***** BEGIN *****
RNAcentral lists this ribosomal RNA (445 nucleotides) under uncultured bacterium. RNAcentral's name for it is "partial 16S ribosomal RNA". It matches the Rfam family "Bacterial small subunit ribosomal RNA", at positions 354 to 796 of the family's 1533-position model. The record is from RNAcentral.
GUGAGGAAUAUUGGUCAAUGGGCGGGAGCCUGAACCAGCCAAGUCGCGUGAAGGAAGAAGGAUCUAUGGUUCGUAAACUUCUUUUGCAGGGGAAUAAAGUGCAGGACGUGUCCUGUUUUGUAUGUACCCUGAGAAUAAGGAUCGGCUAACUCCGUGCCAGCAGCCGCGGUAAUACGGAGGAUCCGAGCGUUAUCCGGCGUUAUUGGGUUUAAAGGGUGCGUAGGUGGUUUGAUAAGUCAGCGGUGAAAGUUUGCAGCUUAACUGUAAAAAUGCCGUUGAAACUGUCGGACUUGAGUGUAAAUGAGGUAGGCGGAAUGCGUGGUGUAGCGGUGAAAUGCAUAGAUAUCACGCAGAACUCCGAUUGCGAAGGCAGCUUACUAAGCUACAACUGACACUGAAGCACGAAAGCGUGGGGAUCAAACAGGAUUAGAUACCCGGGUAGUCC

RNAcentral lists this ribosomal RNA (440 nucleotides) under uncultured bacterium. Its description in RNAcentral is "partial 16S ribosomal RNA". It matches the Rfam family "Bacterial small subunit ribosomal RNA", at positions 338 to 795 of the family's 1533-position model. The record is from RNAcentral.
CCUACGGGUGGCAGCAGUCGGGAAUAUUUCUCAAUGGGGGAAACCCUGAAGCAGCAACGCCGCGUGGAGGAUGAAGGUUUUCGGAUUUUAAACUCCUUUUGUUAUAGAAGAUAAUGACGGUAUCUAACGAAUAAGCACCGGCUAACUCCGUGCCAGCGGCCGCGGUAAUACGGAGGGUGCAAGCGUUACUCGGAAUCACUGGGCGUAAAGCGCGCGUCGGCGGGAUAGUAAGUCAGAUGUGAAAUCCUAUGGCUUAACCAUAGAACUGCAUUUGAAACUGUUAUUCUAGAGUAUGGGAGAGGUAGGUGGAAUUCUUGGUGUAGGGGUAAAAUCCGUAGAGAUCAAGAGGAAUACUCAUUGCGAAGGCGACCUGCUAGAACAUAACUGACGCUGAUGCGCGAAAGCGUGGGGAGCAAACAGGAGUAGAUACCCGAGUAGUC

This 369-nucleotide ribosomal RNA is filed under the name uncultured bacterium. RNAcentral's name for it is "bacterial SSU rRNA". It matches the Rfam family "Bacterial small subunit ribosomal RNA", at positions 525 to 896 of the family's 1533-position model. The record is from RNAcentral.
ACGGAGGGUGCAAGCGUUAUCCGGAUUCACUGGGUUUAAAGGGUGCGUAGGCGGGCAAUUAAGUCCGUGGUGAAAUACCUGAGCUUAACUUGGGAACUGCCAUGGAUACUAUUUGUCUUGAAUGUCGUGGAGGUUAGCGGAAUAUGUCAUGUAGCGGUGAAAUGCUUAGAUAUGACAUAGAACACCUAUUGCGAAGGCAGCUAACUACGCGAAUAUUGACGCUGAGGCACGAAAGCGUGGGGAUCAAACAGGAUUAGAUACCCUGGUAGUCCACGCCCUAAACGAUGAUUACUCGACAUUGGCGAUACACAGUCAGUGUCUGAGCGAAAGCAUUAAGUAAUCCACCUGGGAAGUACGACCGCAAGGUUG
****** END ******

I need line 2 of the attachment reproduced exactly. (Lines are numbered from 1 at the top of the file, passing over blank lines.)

GUGAGGAAUAUUGGUCAAUGGGCGGGAGCCUGAACCAGCCAAGUCGCGUGAAGGAAGAAGGAUCUAUGGUUCGUAAACUUCUUUUGCAGGGGAAUAAAGUGCAGGACGUGUCCUGUUUUGUAUGUACCCUGAGAAUAAGGAUCGGCUAACUCCGUGCCAGCAGCCGCGGUAAUACGGAGGAUCCGAGCGUUAUCCGGCGUUAUUGGGUUUAAAGGGUGCGUAGGUGGUUUGAUAAGUCAGCGGUGAAAGUUUGCAGCUUAACUGUAAAAAUGCCGUUGAAACUGUCGGACUUGAGUGUAAAUGAGGUAGGCGGAAUGCGUGGUGUAGCGGUGAAAUGCAUAGAUAUCACGCAGAACUCCGAUUGCGAAGGCAGCUUACUAAGCUACAACUGACACUGAAGCACGAAAGCGUGGGGAUCAAACAGGAUUAGAUACCCGGGUAGUCC